A pickle joins a banana to fight an army of robot dogs.
Rick and Morty makes the best comic books!
The Sanchez family is getting ready for some much-needed therapy. However, Rick will do literally anything to avoid talking to a psychologist, so he uses his supreme intellect to turn himself into a pickle. Unfortunately, Beth is on to his ploy and leaves with the only syringe that can turn him back to normal. Which leaves him in quite the pickle (get it).
Beth, Summer and Morty attend therapy with the hopes of confronting the children’s issues. However, the doctor sees the underline issues stemming from Beth and her issues with her father. Meanwhile, Rick is caught in a misadventure which forces him to build an exo-suit out of animal carcasses and confront long-time nemesis, Snowball. Along the way, he gets some of his own therapy as he helps a banana save his daughter from the evil pup and his assortment of robo-dogs.
Rick and Morty comic books have really taken a life of their own. The fact that the Adult Swim program is developed around the use of multiple universes truly opens the doors for the comic spin-offs to go in whichever direction they so choose. The Rick and Morty Presents series has been filled with brilliant one-shot issues of the shows most popular, and some not-so-popular, characters. Pickle Rick is one of the offshoots of the show that gained a popularity well beyond the one episode that he appeared. Pickle Rick merchandise has become more prevalent than most of the paraphernalia that you can find from the program. So, it is kind of surprising that it has taken this long for him to get his own comic title.
Another thing that the Rick and Morty comic books have done extremely well in finding talent to create each series. The Rick and Morty vs Dungeons and Dragons series are scribed by one of the biggest literary talents of our time in Patrick Rothfuss. So, it was a pleasant surprise, when I found out that the author of this issue was written by the amazing Delilah S. Dawson (Star Wars: Phasma). Sourcing such talented writers is impressive for a comic publishing company like Oni Press, which is, let’s face it, not Marvel or DC. But, what is cool about it is, that these big names are just that big of fans of Rick and Morty that they are happy to add their own piece to the sprawling multi-verse.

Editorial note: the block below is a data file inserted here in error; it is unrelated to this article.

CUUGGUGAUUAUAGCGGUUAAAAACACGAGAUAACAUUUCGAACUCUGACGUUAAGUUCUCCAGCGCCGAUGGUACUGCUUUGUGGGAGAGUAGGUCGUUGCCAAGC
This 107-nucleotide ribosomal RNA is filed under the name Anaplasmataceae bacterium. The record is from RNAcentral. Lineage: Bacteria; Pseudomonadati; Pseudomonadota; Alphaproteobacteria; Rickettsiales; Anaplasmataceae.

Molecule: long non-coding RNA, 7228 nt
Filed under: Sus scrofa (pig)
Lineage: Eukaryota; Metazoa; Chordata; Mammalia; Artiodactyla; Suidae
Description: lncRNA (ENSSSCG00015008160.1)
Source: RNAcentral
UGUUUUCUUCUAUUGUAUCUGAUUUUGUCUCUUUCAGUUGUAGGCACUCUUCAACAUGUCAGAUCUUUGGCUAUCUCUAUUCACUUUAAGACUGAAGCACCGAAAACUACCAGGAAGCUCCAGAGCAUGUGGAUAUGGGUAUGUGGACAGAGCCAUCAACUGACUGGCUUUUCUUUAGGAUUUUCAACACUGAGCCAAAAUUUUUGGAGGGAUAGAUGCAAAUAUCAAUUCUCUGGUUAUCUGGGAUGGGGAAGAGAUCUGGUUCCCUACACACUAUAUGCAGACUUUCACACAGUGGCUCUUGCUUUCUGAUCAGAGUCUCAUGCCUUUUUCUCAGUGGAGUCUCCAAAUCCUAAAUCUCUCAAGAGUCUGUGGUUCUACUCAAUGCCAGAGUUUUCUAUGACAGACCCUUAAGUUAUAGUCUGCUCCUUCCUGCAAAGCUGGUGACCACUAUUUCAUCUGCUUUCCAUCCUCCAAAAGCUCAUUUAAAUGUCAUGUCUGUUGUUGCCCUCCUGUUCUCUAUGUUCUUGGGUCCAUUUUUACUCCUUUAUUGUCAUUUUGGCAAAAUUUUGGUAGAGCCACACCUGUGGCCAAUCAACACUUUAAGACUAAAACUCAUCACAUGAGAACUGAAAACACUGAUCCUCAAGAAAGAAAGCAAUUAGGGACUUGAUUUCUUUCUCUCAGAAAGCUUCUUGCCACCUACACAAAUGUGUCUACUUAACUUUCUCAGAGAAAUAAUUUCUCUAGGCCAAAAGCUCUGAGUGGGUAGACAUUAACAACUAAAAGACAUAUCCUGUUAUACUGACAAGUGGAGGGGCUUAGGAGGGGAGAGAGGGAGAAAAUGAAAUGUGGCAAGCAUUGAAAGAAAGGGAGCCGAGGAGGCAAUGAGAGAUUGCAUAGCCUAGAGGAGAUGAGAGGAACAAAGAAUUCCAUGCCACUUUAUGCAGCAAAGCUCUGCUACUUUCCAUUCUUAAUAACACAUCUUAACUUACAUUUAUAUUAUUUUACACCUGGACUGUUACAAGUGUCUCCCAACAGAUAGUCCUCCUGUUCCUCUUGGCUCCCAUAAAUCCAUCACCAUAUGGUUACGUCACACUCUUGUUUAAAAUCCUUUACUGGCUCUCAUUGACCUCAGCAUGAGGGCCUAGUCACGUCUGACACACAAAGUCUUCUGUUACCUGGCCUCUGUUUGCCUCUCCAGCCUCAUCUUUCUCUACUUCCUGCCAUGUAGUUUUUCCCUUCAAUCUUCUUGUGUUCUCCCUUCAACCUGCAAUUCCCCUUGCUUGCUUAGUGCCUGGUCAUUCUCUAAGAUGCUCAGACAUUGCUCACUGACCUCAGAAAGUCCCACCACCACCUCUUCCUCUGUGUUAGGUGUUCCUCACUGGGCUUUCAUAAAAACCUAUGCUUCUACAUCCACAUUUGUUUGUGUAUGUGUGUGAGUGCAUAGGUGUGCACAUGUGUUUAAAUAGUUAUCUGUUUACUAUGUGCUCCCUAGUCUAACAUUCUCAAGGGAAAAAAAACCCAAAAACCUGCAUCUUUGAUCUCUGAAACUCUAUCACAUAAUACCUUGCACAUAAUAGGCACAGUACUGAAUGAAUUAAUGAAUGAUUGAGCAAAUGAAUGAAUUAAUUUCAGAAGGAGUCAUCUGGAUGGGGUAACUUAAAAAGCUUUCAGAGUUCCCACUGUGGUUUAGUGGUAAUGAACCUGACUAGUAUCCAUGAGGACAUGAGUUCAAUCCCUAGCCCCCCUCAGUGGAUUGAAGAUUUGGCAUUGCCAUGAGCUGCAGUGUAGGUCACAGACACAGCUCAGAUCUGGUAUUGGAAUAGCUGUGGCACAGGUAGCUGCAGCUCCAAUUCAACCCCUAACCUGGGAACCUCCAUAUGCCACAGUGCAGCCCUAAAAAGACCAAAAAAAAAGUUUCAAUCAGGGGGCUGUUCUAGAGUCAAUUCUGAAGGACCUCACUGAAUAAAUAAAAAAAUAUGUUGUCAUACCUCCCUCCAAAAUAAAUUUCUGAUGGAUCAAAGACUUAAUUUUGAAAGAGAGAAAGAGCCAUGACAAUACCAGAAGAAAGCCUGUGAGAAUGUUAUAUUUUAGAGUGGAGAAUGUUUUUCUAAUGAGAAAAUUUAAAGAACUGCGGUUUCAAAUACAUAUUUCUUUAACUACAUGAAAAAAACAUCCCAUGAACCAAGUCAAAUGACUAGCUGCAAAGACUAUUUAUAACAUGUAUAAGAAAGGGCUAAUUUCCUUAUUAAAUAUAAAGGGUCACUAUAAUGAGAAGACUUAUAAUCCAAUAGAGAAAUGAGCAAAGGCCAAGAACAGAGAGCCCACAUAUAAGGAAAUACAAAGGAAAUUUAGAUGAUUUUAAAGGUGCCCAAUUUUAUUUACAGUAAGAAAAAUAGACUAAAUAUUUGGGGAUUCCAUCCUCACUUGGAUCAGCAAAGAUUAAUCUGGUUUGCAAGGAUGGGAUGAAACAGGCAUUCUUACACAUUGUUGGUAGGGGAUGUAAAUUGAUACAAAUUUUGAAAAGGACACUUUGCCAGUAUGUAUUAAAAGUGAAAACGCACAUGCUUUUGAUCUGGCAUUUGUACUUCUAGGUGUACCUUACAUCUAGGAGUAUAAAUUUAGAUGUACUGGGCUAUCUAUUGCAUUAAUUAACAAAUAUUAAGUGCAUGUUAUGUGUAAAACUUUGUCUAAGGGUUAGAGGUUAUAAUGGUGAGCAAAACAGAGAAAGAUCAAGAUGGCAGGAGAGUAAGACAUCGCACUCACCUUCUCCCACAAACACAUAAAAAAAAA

This issue takes a different spin on the fan favourite Pickle Rick. A different origin story and an all-new exo-suit make this Pickle Rick a little bit different from what we know. But, not in a bad way, I mean, it is still Rick Sanchez the overly egotistical super genius. Of course, even as a pickle, Rick would be capable of bringing down a corporation operated by a group of robot dogs. Who else could? It is really just another example of how awesome Rick, even as a pickle, can be.
What I enjoyed about the short story is that it faces some of the underline issues that face the Sanchez family. A lot of focus is put on how strange Morty is, and how rebellious Summer can be, but this plot puts Beth in the hot seat. The source of many of this families issues stems from her issues with her father, and being upset that she has not inherited is supreme intellect. A real nail on the head, with a moral of taking a look at ourselves instead of projecting issues onto other people. Making an intriguing storyline that blends well and has a strong message. All wrapped up in 32-pages.
While I was disappointed at first that this wasn’t the fateful return of Pickle Rick the half-robot half-pickle as we’ve seen him before, it ended up being a fun side-story all on its own. There is a twist conclusion that adds a whole other level to the story that is on-point with the Rick and Morty style. Utilizing top end talent for these comics is paying off in big ways. Comic books were always a great way to tell short stories that fans could read in a quick sitting. They have developed way past that with major events and ongoing plots, but at their source, they should be easy, fun, and take up no more than half an hour. This issue really compounds all the things that you would want from a comic book and a great story into a neat little package. Even though it may not be the best comic I’ve read, credit is due for a well-executed little book about a pickle.